1. Josh got the fireworks started with 31. Ne6! If you see it, the point of this move is pretty obvious. It cuts Black’s queen off from the defense of f7. 31. … Rf8 would obviously drop the exchange, so Black’s only other possibility is 31. … Be8, which he played. Then Josh followed up with 32. Nc7! (no credit for you if you didn’t see this) and Black cannot defend both the e8 bishop and the f2 pawn.

2. The reason Josh played 29. Qg4 first was that he wanted to induce the move … h5 (which was basically forced, because Black’s bishop on b7 was hanging and if he moves it away, his rook on c8 is hanging). And the reason he wanted to do that was that it made the sacrifice 31. Ne6! much more powerful. If the h5 square had still been open, Black could have defended the crucial f7 square with … Qh5. So Josh’s clever two-step with the queen took away Black’s best defense.

In many ways the most important move of the combination was 29. Qg4, not 31. Ne6. If I saw the move Ne6! coming, I would have probably played it at the first opportunity. But instead Josh asked himself, “What can I do to make this threat stronger?”

The move 29. Qg4 also illustrates a point I’ve mentioned before in my lectures — “moving your opponent’s pieces.” Josh forced his opponent to move his h-pawn to a square where it would be in the way of the queen. When you can move your opponent’s pieces, you know you are in control of the position.

3. Josh’s sensational finish was 36. Qxg7+!! Rxg7 37. Nf6+, forcing mate in two. If you don’t see this queen sacrifice, you lose all of your previous good work! It would be interesting to know at what point Josh saw it. I doubt that he saw it at move 31; chances are he just saw that 31. Ne6 wins a piece, and that was good enough. But maybe he did see the queen sac that early, I just don’t know. I hope I’ll get a chance to ask him sometime.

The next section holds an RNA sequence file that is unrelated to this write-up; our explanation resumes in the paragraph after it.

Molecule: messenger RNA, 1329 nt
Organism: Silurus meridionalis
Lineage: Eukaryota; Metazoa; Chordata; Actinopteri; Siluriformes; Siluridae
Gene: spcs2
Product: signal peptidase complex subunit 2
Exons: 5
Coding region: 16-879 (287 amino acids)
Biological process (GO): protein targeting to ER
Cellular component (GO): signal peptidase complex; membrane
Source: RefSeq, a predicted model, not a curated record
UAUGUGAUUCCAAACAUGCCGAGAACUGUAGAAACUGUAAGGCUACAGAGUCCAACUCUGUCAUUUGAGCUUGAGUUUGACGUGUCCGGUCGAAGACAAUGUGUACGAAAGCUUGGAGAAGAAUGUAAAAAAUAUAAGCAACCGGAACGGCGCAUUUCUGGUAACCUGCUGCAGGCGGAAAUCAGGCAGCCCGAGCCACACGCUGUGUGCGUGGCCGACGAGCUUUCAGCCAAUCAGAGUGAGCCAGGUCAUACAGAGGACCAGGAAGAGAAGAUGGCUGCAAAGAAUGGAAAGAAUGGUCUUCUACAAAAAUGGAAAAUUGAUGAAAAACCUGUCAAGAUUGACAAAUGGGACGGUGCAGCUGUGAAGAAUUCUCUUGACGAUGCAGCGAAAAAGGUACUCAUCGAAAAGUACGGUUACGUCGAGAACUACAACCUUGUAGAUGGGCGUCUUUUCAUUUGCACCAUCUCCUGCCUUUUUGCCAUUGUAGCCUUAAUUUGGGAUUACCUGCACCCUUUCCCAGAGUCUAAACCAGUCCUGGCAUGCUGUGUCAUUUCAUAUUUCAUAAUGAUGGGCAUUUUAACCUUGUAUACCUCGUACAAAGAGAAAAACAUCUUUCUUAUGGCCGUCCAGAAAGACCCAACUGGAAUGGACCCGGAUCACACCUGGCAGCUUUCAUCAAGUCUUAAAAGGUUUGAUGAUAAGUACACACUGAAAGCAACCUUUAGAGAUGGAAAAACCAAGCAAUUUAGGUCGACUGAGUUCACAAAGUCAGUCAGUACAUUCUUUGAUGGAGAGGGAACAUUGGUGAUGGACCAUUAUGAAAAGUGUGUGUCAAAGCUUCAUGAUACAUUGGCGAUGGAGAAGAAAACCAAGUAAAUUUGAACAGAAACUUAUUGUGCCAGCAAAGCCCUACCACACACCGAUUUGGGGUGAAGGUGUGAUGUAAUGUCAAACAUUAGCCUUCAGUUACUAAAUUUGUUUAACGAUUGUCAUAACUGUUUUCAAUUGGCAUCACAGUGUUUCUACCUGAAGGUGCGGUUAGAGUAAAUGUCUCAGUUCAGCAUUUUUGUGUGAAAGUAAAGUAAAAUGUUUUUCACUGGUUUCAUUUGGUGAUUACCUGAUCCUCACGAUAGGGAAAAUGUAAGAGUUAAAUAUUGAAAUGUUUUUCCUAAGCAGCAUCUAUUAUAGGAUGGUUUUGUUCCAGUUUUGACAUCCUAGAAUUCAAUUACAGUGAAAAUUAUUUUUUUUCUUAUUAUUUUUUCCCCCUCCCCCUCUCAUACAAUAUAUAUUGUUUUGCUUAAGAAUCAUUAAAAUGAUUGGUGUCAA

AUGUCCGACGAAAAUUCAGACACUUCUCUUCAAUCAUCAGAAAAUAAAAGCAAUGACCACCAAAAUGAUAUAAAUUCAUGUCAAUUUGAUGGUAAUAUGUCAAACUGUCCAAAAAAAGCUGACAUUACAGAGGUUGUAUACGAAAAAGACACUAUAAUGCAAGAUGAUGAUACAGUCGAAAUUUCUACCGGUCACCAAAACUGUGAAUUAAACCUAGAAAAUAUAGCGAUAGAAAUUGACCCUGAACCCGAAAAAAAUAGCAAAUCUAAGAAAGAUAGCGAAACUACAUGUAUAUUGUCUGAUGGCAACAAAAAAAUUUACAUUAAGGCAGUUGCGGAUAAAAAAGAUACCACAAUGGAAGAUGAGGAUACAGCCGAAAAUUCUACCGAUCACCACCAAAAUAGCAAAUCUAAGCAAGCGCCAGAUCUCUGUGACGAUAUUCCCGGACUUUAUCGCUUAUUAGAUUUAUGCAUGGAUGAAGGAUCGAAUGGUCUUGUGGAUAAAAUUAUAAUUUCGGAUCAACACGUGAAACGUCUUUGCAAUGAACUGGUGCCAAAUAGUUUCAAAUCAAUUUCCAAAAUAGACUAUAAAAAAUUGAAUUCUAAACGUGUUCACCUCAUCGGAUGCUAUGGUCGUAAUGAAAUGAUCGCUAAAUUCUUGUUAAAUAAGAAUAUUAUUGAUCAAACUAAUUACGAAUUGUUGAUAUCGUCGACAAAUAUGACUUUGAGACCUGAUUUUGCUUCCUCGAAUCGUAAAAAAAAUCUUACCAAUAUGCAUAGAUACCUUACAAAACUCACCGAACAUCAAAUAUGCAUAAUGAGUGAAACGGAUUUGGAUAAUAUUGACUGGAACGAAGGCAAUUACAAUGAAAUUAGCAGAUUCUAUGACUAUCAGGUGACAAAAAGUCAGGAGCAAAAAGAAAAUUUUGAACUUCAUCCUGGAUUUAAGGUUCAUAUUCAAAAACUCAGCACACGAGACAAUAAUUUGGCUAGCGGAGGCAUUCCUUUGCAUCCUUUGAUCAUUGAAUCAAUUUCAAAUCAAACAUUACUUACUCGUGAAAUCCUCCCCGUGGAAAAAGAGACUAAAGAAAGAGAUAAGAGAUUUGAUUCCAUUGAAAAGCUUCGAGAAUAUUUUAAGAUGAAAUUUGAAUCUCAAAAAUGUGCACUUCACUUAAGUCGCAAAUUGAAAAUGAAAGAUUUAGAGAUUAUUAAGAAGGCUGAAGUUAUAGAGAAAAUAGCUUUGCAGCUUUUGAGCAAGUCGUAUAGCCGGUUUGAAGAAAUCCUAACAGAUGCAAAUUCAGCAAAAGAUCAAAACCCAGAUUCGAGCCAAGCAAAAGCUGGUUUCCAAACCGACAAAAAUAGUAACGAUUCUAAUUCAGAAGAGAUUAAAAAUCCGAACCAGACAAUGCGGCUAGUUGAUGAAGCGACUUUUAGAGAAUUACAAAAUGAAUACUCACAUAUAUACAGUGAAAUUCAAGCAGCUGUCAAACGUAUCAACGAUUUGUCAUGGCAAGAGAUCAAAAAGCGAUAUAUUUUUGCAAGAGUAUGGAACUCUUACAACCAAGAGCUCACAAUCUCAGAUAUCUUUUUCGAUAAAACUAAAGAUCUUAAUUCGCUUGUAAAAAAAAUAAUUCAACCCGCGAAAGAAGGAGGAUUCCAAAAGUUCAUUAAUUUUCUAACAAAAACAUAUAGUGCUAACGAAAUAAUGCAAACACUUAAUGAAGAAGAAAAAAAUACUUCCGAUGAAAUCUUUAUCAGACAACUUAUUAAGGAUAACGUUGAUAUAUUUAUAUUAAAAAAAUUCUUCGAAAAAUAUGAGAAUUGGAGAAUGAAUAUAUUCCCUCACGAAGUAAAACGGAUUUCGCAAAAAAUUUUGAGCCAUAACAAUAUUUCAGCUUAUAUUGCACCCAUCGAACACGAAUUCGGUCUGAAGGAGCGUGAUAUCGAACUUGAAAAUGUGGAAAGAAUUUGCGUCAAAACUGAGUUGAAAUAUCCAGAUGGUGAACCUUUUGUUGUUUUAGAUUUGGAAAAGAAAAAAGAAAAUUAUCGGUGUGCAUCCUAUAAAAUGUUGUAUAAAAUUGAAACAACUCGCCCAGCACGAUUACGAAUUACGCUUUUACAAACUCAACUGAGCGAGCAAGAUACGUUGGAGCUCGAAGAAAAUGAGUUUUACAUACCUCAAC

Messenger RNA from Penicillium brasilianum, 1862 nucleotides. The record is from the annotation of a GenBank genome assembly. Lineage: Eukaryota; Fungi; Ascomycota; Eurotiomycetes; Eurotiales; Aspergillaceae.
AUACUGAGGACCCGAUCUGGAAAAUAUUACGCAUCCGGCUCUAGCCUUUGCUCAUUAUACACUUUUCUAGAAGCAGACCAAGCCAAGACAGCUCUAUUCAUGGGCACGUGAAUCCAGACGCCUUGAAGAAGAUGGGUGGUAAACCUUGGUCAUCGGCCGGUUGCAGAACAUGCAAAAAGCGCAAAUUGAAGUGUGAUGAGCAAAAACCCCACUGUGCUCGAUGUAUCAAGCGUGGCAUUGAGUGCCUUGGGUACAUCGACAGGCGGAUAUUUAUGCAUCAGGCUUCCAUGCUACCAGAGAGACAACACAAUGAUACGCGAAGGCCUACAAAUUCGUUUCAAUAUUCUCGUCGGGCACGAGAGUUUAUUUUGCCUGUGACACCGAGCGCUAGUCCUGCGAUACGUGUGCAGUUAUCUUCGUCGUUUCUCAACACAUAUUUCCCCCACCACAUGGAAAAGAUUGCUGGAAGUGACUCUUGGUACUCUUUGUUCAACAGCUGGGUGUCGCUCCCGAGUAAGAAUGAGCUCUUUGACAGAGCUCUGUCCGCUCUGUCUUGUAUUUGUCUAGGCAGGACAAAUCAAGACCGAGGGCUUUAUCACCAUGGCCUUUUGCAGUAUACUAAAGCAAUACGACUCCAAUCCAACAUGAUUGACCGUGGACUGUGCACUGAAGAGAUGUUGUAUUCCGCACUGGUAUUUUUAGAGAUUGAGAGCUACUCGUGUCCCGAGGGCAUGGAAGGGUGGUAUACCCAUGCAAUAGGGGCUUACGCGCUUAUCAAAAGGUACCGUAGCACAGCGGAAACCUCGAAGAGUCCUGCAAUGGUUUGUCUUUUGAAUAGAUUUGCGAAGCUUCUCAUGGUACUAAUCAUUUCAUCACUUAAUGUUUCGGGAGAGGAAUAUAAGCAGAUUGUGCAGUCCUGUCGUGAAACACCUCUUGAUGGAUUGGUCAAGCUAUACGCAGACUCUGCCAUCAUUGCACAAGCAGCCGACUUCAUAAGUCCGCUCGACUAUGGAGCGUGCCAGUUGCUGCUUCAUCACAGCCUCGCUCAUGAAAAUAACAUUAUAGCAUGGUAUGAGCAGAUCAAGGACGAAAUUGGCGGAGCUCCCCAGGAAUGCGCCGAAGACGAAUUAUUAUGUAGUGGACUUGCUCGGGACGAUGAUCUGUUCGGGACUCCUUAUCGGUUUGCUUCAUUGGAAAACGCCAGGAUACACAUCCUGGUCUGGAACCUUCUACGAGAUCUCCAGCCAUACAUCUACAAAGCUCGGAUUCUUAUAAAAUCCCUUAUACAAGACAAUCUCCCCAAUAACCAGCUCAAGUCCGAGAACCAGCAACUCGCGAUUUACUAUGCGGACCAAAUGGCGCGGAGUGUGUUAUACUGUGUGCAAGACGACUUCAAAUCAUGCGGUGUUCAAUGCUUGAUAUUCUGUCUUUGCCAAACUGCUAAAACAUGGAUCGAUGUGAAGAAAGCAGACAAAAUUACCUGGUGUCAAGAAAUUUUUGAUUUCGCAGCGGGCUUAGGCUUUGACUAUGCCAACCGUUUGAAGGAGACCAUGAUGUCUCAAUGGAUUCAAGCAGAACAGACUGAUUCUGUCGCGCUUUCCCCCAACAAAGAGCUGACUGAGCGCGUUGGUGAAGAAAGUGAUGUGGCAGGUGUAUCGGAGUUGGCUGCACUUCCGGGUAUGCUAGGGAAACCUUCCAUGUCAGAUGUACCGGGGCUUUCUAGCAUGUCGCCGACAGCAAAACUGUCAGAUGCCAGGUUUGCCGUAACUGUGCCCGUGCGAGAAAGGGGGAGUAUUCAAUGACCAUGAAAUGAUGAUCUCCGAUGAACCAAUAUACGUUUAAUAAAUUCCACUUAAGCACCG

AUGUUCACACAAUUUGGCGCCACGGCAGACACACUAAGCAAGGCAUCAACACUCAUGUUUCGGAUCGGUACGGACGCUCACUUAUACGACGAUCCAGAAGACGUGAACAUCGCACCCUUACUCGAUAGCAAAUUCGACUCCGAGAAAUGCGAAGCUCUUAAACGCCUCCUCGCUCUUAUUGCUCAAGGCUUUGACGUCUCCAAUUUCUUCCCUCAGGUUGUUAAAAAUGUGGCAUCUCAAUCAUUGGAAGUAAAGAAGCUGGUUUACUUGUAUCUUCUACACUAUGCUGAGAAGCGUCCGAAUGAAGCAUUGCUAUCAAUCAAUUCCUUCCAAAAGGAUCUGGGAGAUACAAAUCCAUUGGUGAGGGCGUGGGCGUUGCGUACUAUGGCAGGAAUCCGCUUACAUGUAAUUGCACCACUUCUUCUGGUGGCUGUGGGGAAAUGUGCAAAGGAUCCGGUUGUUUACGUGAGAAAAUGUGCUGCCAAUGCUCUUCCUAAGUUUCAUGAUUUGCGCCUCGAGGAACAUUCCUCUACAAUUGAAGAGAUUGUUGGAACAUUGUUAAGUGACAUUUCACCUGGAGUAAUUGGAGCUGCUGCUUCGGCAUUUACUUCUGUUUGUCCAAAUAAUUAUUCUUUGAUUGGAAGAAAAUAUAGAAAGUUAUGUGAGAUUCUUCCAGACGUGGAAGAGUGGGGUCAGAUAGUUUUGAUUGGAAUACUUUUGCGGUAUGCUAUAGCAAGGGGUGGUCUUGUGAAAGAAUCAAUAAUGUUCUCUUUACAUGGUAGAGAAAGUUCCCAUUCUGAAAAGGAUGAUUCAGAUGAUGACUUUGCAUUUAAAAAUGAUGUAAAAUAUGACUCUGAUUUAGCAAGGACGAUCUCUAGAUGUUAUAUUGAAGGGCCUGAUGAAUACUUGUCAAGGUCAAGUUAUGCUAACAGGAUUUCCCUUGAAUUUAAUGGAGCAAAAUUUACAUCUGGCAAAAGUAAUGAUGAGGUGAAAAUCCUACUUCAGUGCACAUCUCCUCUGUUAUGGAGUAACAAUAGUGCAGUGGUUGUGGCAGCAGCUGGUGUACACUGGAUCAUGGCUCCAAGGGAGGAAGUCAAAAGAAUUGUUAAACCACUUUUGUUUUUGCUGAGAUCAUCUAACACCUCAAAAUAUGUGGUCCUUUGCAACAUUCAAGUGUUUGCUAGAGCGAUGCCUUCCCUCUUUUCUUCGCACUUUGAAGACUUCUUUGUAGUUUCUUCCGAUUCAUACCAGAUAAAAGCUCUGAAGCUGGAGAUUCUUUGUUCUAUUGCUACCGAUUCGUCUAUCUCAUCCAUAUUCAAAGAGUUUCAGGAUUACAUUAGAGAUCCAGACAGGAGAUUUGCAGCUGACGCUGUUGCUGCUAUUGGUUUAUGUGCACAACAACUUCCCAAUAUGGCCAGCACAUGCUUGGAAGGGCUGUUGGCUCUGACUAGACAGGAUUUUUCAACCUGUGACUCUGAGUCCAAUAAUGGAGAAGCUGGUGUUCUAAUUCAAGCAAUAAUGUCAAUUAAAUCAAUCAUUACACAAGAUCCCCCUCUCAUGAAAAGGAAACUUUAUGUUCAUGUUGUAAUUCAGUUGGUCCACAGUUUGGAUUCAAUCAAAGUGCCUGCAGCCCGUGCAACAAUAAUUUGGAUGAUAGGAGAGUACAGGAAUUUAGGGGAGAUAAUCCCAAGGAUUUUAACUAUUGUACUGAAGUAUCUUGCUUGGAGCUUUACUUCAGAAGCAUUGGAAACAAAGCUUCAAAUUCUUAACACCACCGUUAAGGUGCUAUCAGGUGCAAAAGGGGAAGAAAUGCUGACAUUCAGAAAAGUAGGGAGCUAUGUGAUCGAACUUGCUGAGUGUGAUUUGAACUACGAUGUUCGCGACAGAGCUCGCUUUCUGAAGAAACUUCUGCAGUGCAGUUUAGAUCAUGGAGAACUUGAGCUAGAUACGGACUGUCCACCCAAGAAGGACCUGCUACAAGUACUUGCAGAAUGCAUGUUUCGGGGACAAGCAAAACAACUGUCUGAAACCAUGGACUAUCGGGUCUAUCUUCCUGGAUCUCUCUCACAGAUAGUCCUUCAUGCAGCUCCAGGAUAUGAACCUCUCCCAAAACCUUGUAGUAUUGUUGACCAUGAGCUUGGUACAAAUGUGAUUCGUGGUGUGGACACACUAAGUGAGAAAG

When I looked at the position, I tried really hard to make 36. Nf6+ work, but after 36. … gf 37. Qxf6 Qg2+, Black just gets too many checks. In a way the idea of 36. Nf6+ was right — White is trying to checkmate Black on the back rank or in the corner — but the execution was wrong. I never even thought about offering the queen. That’s the difference between me and the big boys!

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{ 3 comments… read them below or add one }

Dribbling February 16, 2008 at 12:41 am

Rephrase problem number 3 as “white to play and mate in three” and everybody solves it. Tal gave sound advice: “if you don´t look you don’t see.” Conventional wisdom too: “examine all captures, checks and forced continuations.”


Dribbling February 16, 2008 at 12:42 am

Make that mate in four.


admin February 16, 2008 at 9:13 am

Exactly right! This is a great example of how the way you think about the position determines the kind of move you’re going to play. If I had come to the position “cold”, with the eyes of a kibitzer, perhaps I would have spotted the queen sac right away. Instead I was struggling to figure out how Josh was going to quell his opponent’s counterplay. Because I was thinking in those terms, I spent 90 percent of my time analyzing all of Black’s myriad checks, instead of thinking about what *White* could do!

The popular wisdom is right, and the key word here is “ALL”. Even the checks that look ridiculous must be analyzed consciously, even if it’s only for five seconds. Don’t let your subconscious get away with dismissing a move before your conscious brain even gets to look at it.